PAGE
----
As EPCs are generally not cash rich, purchases are funded via equity and debt issuance. These will usually be bridge financed by the corporate bank, who also provide EPCs with their corporate credit (via committed revolving credit facilities).
Stantec, SNC-Lavalin and WSP are all global firms with large foreign currency cash flow risk if funds are being repatriated to a Canadian treasury. As such, banks are also large providers of hedging solutions via the trading floor.
Prime Minister Justin Trudeau campaigned on an economic stimulus via public spending on infrastructure platform, and this will translate into road renewal, bridge renewal, tunnels and water system projects over the next few years. This may open up project finance and fundraising opportunities for banks down the road.
Public Private Partnerships (P3) Overview
The private sector is increasingly responsible for the construction and maintenance of public goods and infrastructure. P3s are a good way to incentivize efficient construction and maintenance of highways, mass transit and bridges while government control of influence is retained.
Under a P3 model, the private sector will design, build, own and operate (or any combination of the above) projects that are usually natural monopolies or utilities (competing highways would double the cost without adding to societal benefit). These utilities are allowed to earn a predetermined rate of return to equity that is fair to the private sector – which may be collected through tolls or payments via the government.
Organized labor and unions usually oppose P3 projects, but the model has worked well in countries such as Australia and has appeal to cash strapped governments who do not want to raise taxation.
Public Private Partnership (P3) Primer for Canada
In Canada, the most prominent P3s are large scale infrastructure projects that are privately operated over a long-term lease – as such the government will usually retain control of the asset. These will include highways, mass transit (Vancouver’s Canada Line) and bridges with tolls.
Other public goods separated by one or more levels of government including hospitals, schools, courthouses, auditoriums, airports and water systems, are also turning to the private sector to finance and build assets for sale at a fixed price – which is a way to ensure that there are no cost overruns for the client (EPCs will sometimes have onerous contracts that they are obligated to complete but the costs of performing/fulfilling already exceed the economic benefits/revenue).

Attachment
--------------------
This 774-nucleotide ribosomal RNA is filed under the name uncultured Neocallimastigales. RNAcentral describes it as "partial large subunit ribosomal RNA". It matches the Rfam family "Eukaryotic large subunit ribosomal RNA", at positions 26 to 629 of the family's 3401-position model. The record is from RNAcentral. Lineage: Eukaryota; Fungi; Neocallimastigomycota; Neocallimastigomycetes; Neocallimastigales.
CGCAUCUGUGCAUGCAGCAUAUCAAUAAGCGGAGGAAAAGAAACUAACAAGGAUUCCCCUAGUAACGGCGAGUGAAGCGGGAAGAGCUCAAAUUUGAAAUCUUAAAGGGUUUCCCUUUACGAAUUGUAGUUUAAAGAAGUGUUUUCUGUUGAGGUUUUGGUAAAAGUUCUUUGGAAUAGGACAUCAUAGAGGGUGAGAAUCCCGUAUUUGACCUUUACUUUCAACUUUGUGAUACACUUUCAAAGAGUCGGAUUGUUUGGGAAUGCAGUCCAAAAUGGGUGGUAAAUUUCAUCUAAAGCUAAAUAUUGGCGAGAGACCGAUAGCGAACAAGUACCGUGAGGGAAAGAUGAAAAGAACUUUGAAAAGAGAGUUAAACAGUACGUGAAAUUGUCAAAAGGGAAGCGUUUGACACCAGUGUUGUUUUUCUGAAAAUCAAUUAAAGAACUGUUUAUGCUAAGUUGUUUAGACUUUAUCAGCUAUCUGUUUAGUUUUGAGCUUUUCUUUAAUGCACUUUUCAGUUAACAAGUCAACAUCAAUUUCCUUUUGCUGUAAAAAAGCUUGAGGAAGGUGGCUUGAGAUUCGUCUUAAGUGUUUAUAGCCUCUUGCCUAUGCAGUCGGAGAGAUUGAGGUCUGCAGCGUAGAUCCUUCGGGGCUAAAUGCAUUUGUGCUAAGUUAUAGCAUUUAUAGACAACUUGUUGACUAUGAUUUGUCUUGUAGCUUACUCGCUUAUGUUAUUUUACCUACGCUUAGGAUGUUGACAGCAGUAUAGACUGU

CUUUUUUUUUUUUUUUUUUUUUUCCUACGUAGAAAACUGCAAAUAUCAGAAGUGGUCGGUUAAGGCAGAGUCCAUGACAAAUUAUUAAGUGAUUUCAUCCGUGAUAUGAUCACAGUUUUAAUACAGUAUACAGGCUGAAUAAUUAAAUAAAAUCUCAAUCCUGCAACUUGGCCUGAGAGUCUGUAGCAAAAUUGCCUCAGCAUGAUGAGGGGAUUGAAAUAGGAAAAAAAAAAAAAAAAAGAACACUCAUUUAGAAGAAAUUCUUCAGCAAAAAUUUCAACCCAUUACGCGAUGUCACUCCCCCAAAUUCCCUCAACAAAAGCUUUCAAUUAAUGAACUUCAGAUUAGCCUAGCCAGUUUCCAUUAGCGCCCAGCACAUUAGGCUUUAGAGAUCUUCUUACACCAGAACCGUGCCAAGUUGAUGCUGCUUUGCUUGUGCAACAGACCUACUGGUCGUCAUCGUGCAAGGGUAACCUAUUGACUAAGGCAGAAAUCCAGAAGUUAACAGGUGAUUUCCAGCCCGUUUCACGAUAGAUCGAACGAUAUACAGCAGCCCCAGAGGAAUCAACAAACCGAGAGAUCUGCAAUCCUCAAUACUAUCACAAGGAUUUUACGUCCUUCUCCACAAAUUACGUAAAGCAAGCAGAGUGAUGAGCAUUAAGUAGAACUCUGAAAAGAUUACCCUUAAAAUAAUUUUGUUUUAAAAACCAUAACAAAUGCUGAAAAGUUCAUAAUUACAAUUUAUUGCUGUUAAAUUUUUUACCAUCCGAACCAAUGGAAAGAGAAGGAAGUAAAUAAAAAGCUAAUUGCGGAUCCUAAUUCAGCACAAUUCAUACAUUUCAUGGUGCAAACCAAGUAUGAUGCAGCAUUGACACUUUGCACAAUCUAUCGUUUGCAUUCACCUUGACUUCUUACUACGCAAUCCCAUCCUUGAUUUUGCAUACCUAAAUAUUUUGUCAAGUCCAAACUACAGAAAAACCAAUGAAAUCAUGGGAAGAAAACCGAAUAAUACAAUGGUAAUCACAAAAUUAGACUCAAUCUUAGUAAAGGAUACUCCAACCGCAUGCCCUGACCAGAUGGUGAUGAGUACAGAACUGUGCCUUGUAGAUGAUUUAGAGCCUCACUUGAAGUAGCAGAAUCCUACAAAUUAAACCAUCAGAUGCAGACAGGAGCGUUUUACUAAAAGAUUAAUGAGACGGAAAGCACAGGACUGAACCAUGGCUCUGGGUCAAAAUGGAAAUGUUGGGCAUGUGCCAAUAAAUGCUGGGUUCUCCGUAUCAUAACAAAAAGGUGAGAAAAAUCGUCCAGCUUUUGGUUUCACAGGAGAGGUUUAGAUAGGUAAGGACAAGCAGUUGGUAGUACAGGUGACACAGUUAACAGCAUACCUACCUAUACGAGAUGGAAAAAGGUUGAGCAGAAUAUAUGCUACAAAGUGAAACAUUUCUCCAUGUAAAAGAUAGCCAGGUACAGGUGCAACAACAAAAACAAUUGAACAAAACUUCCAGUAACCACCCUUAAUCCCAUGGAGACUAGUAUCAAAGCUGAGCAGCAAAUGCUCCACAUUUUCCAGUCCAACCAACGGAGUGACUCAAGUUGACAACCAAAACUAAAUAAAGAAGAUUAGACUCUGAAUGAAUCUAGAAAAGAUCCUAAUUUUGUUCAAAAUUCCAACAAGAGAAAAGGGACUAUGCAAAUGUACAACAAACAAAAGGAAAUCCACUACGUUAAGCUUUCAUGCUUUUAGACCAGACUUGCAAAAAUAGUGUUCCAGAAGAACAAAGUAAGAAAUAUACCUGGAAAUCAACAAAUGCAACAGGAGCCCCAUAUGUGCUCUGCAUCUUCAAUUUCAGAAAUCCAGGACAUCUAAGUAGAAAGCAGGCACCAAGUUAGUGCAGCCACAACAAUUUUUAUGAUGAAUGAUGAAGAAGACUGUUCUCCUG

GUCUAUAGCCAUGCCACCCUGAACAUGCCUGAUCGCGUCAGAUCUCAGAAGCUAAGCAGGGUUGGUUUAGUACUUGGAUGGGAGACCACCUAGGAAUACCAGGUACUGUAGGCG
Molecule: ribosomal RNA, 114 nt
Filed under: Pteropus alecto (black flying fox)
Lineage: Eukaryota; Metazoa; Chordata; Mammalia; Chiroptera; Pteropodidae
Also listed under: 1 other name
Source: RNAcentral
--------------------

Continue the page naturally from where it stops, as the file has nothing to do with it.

Engineering & Construction Stock Valuation
EPCs are standard industrial companies that are valued on price/earnings, enterprise value/EBITDA and a discounted cash flow model. P/E and EV/EBITDA multiples bake in market assumptions for value drivers – EP&C revenue is affected by factors including government spending, population growth, commodity prices, electricity/power demand, the residual life of infrastructure (aging infrastructure requires renewal) and technological advances (are plans now more cost effective).
However, unlike other industrials, EPC is not capital intensive and tangible assets are a small component on the balance sheet. Much of the asset side is goodwill from acquisitions. Expenses are mostly labor, so the only appropriate way to look at an EPC firm is future cash flows. This speaks to the importance of reputation in the industry.
EPC stock analysts may have a view on government spending and will watch federal and provincial budgets closely, how large the deficits are and how likely the government will sustain those deficits.
On a firm specific level, analysts will look at gross revenue backlog and gross revenue compound annual growth rates to see if the company continues to win mandates (stable book-to-bill ratio, growing backlog). The less capital intensive and the more human capital intensive projects are, the higher the earnings multiple. Consulting services will be looked at more favorably then project management divisions (higher margin due to the higher value prescribed to human capital).
Cross sell opportunities are also good revenue drivers to be evaluated on a go-forward basis (as well as a possible merger play). If a EPC performs design work on a large oil and gas project, it is easier to bid on the remediation component from an environmental services standpoint after the project life ends.